Steven Soderbergh’s final theatrical film is an apt farewell for the prolific filmmaker.

A few years ago Steven Soderbergh announced his retirement from filmmaking. However, one should suspect, as Soderbergh surely does, that doesn’t mean he won’t return one day. But, for now, he’s washing his hands of the film business and barring one final film for HBO (Behind the Candelabra), Side Effects is his last film to be released in theatres. Lucky for him, it’s one of his stronger pieces.

Soderbergh’s detractors often call him cold, or just a genre-hopping filmmaker more interested in a new exercise than creating something that will stand the test of time. That’s a fair argument and assessment of his work but that doesn’t mean he hasn’t made some powerful films (Out of Sight and Che come to mind). That being said, Side Effects demonstrates his strengths as a storyteller but also his weaknesses for style over substance.

Written by Scott Z. Burns, it should be no surprise the film has a kinship with Soderbergh’s most recent success, Contagion, also written by Burns. Not only do both share a major character played by Jude Law but both deal with contemporary views on health and sickness. Whereas Contagion was a meditation on how the world would handle a new viral threat similar to the Black Plague, Side Effects ostensibly deals with the business of prescription drugs. The basic premise finds Emily Taylor (Rooney Mara) recently welcoming back her husband Martin (Channing Tatum) from prison for his involvement in insider trading. Instead of overcome with joy, she’s battling depression and seeks assistance from a psychiatrist, Dr. Jonathan Banks (Jude Law) who prescribes her a few different anti-anxiety drugs before settling on Ablixa, a new drug on the market. An unfortunate, ahem, side effect is that she sleepwalks but is adamant to remain on it because it is the only one that has worked so far. That is until she wakes up to find Martin dead in their apartment, having no recollection of the murder.

From here the focus slowly shifts from Mara’s fantastically melancholy Emily to Law’s Dr. Banks as the real question becomes did Emily kill her husband in cold blood or was she under the influence of the drug, and therefore a victim of Dr. Banks’ ill medical treatment. However, to be up front without spilling any of the beans, while it teases a deeper morality tale on the complications of prescription drug use in America, it morphs into a Hitchcockian thriller with Dr. Banks as its main sleuth. Some may be disappointed that Soderbergh and Burns seemingly are afraid to tackle the drug industry of America, it’s an interesting topic but one that wouldn’t have necessarily stood as a fully formed film — just a message. Instead Burns and Soderbergh tease with questions of the industry, both the shadiness of the business and the larger existential ones, but use them as a jumping off point into a more self-contained story, which, while not always perfect, is ultimately satisfying.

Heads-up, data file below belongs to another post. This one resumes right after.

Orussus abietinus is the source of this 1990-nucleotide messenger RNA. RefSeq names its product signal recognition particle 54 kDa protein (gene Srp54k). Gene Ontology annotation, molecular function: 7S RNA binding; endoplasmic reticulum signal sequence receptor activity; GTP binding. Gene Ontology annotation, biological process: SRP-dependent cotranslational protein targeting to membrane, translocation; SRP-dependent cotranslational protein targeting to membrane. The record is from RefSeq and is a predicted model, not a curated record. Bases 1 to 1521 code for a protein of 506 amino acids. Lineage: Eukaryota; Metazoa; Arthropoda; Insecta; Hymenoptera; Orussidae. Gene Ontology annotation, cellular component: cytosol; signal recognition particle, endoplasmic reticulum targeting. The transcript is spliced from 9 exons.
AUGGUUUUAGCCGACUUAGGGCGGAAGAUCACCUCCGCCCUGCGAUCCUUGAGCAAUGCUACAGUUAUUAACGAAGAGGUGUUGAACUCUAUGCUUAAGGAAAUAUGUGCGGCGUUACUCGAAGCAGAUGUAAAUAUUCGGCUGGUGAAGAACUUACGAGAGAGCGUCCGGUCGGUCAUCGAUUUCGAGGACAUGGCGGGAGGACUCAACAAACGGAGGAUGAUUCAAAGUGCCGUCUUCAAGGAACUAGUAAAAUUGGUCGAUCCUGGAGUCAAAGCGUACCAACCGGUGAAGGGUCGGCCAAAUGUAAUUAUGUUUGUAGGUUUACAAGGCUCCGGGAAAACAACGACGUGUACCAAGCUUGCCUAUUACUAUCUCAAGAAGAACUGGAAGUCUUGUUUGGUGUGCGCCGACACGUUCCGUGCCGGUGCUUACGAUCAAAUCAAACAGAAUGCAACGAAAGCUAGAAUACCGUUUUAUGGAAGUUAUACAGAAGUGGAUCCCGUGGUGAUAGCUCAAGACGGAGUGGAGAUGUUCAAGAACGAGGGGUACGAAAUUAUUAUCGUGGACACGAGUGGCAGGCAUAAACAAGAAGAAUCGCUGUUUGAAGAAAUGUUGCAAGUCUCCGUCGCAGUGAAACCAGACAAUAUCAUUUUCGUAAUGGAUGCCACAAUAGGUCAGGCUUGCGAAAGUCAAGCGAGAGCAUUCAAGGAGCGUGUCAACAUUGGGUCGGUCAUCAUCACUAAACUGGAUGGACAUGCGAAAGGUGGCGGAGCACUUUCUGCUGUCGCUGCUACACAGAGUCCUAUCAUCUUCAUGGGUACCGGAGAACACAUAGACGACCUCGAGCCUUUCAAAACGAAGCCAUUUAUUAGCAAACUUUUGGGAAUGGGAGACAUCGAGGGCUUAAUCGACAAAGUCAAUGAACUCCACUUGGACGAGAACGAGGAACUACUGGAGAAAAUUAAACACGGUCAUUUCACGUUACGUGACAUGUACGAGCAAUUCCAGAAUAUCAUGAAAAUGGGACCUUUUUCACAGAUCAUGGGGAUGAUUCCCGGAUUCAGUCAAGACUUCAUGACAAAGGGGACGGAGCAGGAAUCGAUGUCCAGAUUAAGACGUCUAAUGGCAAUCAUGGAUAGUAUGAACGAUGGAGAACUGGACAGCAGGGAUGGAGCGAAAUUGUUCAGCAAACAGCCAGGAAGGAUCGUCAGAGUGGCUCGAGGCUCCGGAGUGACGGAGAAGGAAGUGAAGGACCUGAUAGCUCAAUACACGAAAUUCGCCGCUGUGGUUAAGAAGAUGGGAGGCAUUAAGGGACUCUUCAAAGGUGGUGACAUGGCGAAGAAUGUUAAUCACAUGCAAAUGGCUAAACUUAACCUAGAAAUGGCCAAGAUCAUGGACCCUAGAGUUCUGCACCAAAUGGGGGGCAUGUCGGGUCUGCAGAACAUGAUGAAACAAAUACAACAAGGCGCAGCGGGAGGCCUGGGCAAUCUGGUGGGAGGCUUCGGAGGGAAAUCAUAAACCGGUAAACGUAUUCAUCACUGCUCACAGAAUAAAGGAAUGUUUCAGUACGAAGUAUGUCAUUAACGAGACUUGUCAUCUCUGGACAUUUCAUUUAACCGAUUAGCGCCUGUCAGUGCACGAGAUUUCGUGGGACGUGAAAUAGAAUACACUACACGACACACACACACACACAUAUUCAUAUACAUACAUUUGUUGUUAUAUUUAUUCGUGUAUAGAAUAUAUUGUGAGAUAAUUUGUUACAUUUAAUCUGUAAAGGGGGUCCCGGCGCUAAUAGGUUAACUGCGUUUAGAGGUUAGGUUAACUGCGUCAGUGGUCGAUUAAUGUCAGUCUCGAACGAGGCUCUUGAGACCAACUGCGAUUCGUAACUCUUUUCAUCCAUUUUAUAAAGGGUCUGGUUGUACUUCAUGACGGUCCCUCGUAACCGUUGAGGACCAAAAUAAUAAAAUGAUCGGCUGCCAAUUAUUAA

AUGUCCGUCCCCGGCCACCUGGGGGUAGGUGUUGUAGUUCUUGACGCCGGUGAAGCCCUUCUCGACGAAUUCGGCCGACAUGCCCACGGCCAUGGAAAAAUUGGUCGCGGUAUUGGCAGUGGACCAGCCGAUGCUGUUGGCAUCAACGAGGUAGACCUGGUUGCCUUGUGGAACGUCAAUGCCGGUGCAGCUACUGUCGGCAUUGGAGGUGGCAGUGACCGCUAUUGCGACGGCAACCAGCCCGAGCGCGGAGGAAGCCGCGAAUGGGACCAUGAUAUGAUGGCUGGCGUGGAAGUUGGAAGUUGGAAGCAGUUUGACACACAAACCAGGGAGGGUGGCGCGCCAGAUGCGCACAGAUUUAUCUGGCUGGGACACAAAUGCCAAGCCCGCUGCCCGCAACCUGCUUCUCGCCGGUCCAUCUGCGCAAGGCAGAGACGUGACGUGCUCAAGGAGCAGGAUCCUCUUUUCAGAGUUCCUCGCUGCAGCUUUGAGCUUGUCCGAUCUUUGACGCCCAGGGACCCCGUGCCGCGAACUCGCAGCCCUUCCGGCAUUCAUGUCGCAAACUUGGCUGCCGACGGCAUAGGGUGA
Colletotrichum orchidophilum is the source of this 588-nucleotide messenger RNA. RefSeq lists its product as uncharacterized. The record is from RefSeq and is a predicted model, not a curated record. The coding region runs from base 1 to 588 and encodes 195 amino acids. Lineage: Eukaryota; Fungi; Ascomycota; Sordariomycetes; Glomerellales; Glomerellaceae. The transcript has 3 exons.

The film boasts fantastic performances from the rising Rooney Mara, but also one from Jude Law which is sure to be forgotten as the year rolls on. Catherina Zeta-Jones also makes a stand out performance as Emily’s prior psychiatrist, and also marking her third collaboration with Soderbergh following Traffic and Ocean’s Twelve. However, it’s also surprising as Soderbergh’s removed style of filmmaking actually works for the film, which is about the effects of detachment from life. But, Burns also deserves his fair share of praise because it’s his script that takes the film from being merely alluring to become something more. Yet one can’t deny that it’s the collaboration with Soderbergh’s precise yet distant visual style that brings this tale to life.

Rating: 4 out of 5

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